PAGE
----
I've Looked At Love From Both Sides Now, From Give And Take, And Still Somehow, It's Love's Illusions I Recall, I Really Don't Know Love At All
When people claim that I'm a usually happy person it's because they only see one side of me. I try to pass myself off as the mother of the group, the person who takes care of everyone else, the hostess, because that's what I was always taught a person should do in any given situation. I don't know how to be any other way. So when people meet me for the first time, they always seem to comment that I managed to put a bit of sunshine in their day and, for the most part, I take it as a compliment. It gladdens me that people around me respond kindly to my personality. I would take it as a sign I hadn't learned a thing from my parents if people remarked I had put a damper on their day or even treated me indifferently. "It's not enough to keep the bike in good working condition, Breanne. It needs to be rode everyday," my daddy always says. It's not enough to think of yourself as being a good person; you've got to use it make other people better than they were before has always been a philosophy I've tried to live by.
Yet the Breanne people don't see is the gal who gets down on herself when confronted with all the dreams she had hoped to accomplish and may never get a chance to. I mean--so far I've led a resplendent life, more than most could hope for. Little tweaks, though, always seem to creep in. I wish I had been a little more patient with my parents. I wish I hadn't loused things up with Shelly. I wish I hadn't been caught up in being so correct all the time. Looking back now, I was happy, but I could have been happier if I hadn't pushed so hard for everything, if I hadn't been so pig-headed.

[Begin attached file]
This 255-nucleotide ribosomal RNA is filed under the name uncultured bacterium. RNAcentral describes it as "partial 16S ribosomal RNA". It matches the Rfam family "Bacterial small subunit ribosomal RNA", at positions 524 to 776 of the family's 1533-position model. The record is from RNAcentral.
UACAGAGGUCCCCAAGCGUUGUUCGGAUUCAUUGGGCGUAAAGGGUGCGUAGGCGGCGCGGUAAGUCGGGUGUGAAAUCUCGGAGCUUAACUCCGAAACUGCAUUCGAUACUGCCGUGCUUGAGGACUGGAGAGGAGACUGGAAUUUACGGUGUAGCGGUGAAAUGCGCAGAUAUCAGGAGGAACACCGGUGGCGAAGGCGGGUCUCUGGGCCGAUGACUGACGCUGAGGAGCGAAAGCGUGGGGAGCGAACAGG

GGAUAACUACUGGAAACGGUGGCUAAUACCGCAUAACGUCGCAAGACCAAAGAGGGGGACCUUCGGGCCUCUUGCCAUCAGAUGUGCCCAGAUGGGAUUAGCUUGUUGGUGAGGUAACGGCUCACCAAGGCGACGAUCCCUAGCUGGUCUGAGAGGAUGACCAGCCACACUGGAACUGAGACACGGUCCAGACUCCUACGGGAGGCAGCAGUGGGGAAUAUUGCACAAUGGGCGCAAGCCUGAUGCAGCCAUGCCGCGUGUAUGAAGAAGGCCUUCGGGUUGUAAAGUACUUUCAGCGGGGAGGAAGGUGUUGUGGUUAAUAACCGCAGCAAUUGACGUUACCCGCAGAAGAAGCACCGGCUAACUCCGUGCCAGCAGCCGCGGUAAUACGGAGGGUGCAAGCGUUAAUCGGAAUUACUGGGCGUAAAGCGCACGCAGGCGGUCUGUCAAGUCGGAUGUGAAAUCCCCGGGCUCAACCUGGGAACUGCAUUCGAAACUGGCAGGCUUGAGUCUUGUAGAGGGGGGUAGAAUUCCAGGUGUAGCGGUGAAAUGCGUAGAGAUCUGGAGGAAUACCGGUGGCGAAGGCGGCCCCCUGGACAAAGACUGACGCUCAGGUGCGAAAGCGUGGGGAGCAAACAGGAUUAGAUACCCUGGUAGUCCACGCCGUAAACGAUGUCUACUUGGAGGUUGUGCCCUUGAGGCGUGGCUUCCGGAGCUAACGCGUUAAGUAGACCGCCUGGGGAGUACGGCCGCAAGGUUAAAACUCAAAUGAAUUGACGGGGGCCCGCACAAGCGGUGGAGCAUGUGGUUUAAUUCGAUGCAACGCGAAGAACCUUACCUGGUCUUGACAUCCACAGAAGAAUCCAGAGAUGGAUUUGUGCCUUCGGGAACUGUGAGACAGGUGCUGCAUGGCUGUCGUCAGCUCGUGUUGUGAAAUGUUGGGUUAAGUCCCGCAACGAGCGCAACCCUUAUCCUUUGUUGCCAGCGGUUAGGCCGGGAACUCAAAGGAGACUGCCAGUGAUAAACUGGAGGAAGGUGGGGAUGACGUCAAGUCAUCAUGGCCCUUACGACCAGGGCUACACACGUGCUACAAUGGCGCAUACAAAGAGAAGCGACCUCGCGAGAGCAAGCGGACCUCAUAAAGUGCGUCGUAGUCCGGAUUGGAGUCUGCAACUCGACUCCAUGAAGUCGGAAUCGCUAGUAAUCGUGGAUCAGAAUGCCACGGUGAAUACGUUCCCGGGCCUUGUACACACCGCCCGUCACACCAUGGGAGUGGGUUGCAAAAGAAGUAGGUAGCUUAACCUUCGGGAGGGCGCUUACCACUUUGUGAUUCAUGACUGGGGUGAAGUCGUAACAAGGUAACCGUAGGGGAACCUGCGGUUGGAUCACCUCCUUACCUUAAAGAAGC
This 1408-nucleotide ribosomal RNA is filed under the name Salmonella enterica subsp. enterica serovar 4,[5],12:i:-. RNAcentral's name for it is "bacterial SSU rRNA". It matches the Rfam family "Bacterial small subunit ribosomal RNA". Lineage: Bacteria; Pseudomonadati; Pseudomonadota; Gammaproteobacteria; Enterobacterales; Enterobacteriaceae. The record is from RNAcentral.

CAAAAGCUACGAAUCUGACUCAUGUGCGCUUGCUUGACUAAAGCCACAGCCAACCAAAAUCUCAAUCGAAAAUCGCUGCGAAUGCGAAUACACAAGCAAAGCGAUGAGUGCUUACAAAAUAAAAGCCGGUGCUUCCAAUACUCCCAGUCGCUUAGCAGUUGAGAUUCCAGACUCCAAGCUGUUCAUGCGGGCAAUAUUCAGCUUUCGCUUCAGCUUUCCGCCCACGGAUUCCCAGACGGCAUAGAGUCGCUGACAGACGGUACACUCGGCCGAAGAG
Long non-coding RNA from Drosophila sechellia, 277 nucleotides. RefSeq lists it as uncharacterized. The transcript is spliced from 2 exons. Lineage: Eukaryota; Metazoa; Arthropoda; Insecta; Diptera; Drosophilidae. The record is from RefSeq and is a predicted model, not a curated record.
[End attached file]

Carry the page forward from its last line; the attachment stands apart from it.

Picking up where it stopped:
However, the biggest regret I had was the fact that, even with all this love and happiness to spare, I felt a lot of it was going to waste. I'd dreamed all my life of being a mother. From the time I was a little girl to the time the doctor told me it would never happen, all I could think of was how I hoped to be half the parent my mother was and how I would spoil that little girl or boy rotten. When I thought it was done and my hopes were dashed, I admit I gave up on the dream rather easily. Everyone kept telling me I had other options, that I could still have my dream. But my thought was if it can't happen the way I want to happen, then I don't want it to happen at all. I kept myself moving faster than a sheep at a wolves' convention, busying myself in work, with my friends, with my family, all in the hope that I could forget what I was yearning for. Everyone could see it was a struggle, but, to their credit, they allowed me my folly. Every so often the idea would creep back in, but I always tucked it away, too stubborn to give it serious thought.
Well, like they say, "you can put your boots in the oven, but that don't make them biscuits," just like you can tell someone like me that I can't have children, but that's not going to stop me from becoming a mother. It's who I am. I thought I could be happy loving the people I already have, but I can't help but think there's a love I don't know at all yet. I want that. I want it badly. I'm a happy person and I think it's God's plan for me to be able to share that happiness with someone who is special and unique to me and Greg in his or her own little way. With the new year, I've decided that it's time to stop being stubborn and start chasing that pesky dream again.
We have an orientation with an adoption agency at the end of the month.